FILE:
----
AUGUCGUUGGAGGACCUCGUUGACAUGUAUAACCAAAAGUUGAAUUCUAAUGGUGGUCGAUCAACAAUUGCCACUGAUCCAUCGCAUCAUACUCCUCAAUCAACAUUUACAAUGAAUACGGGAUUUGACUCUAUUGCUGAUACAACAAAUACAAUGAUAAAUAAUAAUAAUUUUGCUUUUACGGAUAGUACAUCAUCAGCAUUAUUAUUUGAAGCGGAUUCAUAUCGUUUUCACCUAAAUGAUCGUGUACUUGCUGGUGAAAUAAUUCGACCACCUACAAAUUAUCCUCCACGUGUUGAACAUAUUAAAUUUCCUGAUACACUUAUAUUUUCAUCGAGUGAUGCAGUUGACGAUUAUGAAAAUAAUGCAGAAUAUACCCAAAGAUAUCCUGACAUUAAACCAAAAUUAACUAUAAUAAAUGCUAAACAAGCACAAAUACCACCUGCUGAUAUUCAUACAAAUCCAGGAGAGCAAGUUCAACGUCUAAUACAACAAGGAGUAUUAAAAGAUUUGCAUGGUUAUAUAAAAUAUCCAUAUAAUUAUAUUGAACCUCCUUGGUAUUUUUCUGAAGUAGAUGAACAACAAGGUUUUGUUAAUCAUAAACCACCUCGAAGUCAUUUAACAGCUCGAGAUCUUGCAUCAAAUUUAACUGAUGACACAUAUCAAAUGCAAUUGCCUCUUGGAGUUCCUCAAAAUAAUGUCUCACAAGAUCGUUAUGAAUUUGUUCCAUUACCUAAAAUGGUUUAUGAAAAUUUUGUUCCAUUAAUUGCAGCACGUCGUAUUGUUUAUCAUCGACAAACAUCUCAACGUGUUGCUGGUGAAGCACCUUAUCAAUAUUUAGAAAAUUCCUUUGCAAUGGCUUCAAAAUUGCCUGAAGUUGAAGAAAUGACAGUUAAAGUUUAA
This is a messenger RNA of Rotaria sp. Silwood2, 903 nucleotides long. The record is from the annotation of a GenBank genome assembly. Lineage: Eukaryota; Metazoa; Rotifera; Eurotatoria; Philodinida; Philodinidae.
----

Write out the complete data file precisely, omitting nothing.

AUGUCGUUGGAGGACCUCGUUGACAUGUAUAACCAAAAGUUGAAUUCUAAUGGUGGUCGAUCAACAAUUGCCACUGAUCCAUCGCAUCAUACUCCUCAAUCAACAUUUACAAUGAAUACGGGAUUUGACUCUAUUGCUGAUACAACAAAUACAAUGAUAAAUAAUAAUAAUUUUGCUUUUACGGAUAGUACAUCAUCAGCAUUAUUAUUUGAAGCGGAUUCAUAUCGUUUUCACCUAAAUGAUCGUGUACUUGCUGGUGAAAUAAUUCGACCACCUACAAAUUAUCCUCCACGUGUUGAACAUAUUAAAUUUCCUGAUACACUUAUAUUUUCAUCGAGUGAUGCAGUUGACGAUUAUGAAAAUAAUGCAGAAUAUACCCAAAGAUAUCCUGACAUUAAACCAAAAUUAACUAUAAUAAAUGCUAAACAAGCACAAAUACCACCUGCUGAUAUUCAUACAAAUCCAGGAGAGCAAGUUCAACGUCUAAUACAACAAGGAGUAUUAAAAGAUUUGCAUGGUUAUAUAAAAUAUCCAUAUAAUUAUAUUGAACCUCCUUGGUAUUUUUCUGAAGUAGAUGAACAACAAGGUUUUGUUAAUCAUAAACCACCUCGAAGUCAUUUAACAGCUCGAGAUCUUGCAUCAAAUUUAACUGAUGACACAUAUCAAAUGCAAUUGCCUCUUGGAGUUCCUCAAAAUAAUGUCUCACAAGAUCGUUAUGAAUUUGUUCCAUUACCUAAAAUGGUUUAUGAAAAUUUUGUUCCAUUAAUUGCAGCACGUCGUAUUGUUUAUCAUCGACAAACAUCUCAACGUGUUGCUGGUGAAGCACCUUAUCAAUAUUUAGAAAAUUCCUUUGCAAUGGCUUCAAAAUUGCCUGAAGUUGAAGAAAUGACAGUUAAAGUUUAA
This is a messenger RNA of Rotaria sp. Silwood2, 903 nucleotides long. The record is from the annotation of a GenBank genome assembly. Lineage: Eukaryota; Metazoa; Rotifera; Eurotatoria; Philodinida; Philodinidae.